Pittsboro woman, 72, gets new heart
At an age when too many senior citizens are giving up, a Pittsboro woman is getting a second chance with a new heart.
After hugging his patient, IU Health transplant surgeon Dr. I-wen Wang pointed to her special bright red T shirt that said, "Oldest heart transplant patient at Methodist Hospital."
"I got a heart transplant, this is all I got in return? It's a good T-shirt," he joked.
Its smiling owner, Rhonda Rund, is 72 years old.
Eleven days ago she walked into an operating room to be come Methodist Hospital's oldest heart transplant recipient. But you wouldn't know it by the way she's walking and talking now.
"I feel great," she announced. "I can't believe how good I feel. I have energy."
Rhonda lost two siblings to heart disease. She was diagnosed at 41. Although her heart was giving out for 31 years, Rhonda didn't give up.
"I didn't go to a gym and exercise. I couldn't. I didn't run races. I didn't do hard walks," she said. "I did life" with her family and husband.
Her husband Roger, however, admits Rhonda didn't always know how sick she was.
"She has gotten pretty weak at times. There was a time when she couldn't carry a basket of clothes," he said quietly.
The low point in their lives came eight months ago. Dr. Wang explained, "We were very concerned. She was very close to dying."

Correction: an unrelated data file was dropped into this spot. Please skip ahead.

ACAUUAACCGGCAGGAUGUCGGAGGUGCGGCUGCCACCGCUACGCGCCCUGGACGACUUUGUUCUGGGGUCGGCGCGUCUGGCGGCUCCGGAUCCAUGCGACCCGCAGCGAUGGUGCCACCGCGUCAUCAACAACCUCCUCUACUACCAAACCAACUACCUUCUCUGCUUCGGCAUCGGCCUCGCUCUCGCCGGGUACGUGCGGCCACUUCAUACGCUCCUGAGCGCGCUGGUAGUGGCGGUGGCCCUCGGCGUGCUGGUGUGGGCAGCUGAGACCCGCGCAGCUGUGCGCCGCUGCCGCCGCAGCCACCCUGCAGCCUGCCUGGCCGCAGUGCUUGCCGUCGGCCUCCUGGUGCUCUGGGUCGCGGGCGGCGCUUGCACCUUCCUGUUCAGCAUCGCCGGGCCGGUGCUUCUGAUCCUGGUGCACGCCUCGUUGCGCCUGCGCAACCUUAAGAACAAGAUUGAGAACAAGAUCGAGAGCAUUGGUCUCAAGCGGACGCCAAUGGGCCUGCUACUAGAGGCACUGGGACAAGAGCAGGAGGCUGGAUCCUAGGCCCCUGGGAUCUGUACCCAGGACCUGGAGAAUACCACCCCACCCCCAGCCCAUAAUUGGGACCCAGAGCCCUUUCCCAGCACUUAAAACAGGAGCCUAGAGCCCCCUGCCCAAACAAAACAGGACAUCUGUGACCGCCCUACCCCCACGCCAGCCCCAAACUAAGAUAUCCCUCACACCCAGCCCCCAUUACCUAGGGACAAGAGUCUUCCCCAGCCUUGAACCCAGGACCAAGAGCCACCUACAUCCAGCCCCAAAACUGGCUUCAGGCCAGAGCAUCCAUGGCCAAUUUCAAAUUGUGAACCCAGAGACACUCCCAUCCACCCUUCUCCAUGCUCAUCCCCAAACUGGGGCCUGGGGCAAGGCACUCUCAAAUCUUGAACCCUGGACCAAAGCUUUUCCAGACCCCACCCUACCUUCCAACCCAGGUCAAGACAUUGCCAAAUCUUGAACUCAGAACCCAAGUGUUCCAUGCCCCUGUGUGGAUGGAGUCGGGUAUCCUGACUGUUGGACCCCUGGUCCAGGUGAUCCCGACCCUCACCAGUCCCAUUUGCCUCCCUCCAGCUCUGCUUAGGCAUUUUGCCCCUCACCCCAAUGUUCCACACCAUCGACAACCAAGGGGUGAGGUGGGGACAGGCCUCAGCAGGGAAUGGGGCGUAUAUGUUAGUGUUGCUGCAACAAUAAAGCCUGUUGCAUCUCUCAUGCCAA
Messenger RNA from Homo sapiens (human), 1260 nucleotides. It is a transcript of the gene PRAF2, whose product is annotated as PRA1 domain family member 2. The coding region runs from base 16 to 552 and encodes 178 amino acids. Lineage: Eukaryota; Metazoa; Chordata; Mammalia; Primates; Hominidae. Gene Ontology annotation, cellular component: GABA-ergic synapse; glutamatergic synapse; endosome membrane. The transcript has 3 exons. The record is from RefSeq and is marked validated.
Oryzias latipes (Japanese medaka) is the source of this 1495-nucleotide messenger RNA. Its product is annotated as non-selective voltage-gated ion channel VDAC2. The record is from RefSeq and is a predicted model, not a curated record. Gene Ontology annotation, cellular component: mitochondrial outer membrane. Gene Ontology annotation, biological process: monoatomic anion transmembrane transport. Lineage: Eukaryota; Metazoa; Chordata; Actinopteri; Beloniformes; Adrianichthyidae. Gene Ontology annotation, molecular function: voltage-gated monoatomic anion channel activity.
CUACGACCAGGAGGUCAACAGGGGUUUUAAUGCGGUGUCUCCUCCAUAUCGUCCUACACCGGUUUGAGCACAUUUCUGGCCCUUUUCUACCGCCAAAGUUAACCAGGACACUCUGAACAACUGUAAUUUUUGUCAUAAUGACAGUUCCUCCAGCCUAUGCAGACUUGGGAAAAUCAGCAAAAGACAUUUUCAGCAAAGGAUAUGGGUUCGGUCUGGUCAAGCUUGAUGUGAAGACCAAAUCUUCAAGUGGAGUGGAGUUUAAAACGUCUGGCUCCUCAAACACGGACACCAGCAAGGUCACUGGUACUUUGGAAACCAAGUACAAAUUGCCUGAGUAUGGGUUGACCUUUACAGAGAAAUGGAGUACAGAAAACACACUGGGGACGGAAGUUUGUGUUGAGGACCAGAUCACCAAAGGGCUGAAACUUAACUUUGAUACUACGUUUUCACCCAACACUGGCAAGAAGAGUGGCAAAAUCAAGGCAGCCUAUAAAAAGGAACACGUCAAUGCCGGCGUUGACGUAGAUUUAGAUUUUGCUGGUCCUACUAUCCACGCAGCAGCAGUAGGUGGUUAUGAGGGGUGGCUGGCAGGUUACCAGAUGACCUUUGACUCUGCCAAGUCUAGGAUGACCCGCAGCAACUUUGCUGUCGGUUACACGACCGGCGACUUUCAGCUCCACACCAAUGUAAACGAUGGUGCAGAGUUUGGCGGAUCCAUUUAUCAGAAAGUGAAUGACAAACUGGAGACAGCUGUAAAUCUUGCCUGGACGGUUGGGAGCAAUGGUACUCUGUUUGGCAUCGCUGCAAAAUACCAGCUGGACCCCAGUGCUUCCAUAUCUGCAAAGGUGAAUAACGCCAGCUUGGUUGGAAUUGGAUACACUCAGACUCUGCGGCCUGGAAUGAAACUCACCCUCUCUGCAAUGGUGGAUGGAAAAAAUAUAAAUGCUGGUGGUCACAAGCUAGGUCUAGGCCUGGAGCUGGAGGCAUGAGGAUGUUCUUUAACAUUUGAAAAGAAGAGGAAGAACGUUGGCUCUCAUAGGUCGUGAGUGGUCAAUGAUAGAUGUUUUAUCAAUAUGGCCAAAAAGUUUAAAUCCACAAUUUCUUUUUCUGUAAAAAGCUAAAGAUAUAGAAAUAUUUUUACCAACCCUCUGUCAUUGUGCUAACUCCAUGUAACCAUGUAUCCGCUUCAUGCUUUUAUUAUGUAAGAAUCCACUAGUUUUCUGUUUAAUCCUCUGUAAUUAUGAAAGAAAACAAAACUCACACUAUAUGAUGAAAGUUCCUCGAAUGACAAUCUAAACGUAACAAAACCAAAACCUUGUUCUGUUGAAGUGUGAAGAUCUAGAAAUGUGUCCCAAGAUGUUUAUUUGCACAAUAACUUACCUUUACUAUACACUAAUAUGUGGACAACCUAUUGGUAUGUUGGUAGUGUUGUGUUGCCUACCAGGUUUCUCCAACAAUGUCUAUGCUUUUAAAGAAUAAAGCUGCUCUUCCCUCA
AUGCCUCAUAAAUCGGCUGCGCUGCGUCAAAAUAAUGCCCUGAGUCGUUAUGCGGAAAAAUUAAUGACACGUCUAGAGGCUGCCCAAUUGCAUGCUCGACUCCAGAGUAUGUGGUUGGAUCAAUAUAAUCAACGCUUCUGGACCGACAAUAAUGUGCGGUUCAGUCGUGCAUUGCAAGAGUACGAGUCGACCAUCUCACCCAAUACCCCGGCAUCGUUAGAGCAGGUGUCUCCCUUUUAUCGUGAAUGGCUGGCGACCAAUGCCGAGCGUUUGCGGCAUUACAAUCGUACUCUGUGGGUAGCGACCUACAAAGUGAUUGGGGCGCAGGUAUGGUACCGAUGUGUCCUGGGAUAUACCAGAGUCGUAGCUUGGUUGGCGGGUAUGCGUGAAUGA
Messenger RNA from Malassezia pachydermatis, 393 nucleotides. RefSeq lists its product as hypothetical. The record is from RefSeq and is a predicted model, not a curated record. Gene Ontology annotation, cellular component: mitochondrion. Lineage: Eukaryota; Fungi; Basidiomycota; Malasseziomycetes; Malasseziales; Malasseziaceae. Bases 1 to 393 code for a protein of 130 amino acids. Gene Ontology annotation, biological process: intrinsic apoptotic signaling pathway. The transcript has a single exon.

She was so close to death that surgeons implanted artificial heart pump into her chest. It was connected to batteries and a control module weighting 22 pounds and worn around her waist. The machine saved Rhonda's life and allowed to become healthy enough for a transplant.
Doctors say it's a rare procedure for someone her age, made possible only because Rhonda persevered. Despite a dying heart, she lived a healthy life.
"Exercising, being active, good diet, good medication," said cardiologist Dr. Irmina Gradus-Pizlo. And the lesson here is? "Stay active. Stay positive." she answered.
"If you have the will to live, it's not difficult," insisted Rhonda.
Roger looked at his now healthy wife and smiled.
"Life is good. I feel very fortunate," he said. "I feel like she's going to get another 20, 30 years out of life. What more could you want? I don't know."
Roger says the heart transplant is like celebrating Christmas and winning the lottery at the same time. Rhonda credits her family and faith for her success.
They are already planning a motor home road trip to Arizona. Roger says he does the driving but always follows Rhonda's directions. Smart man.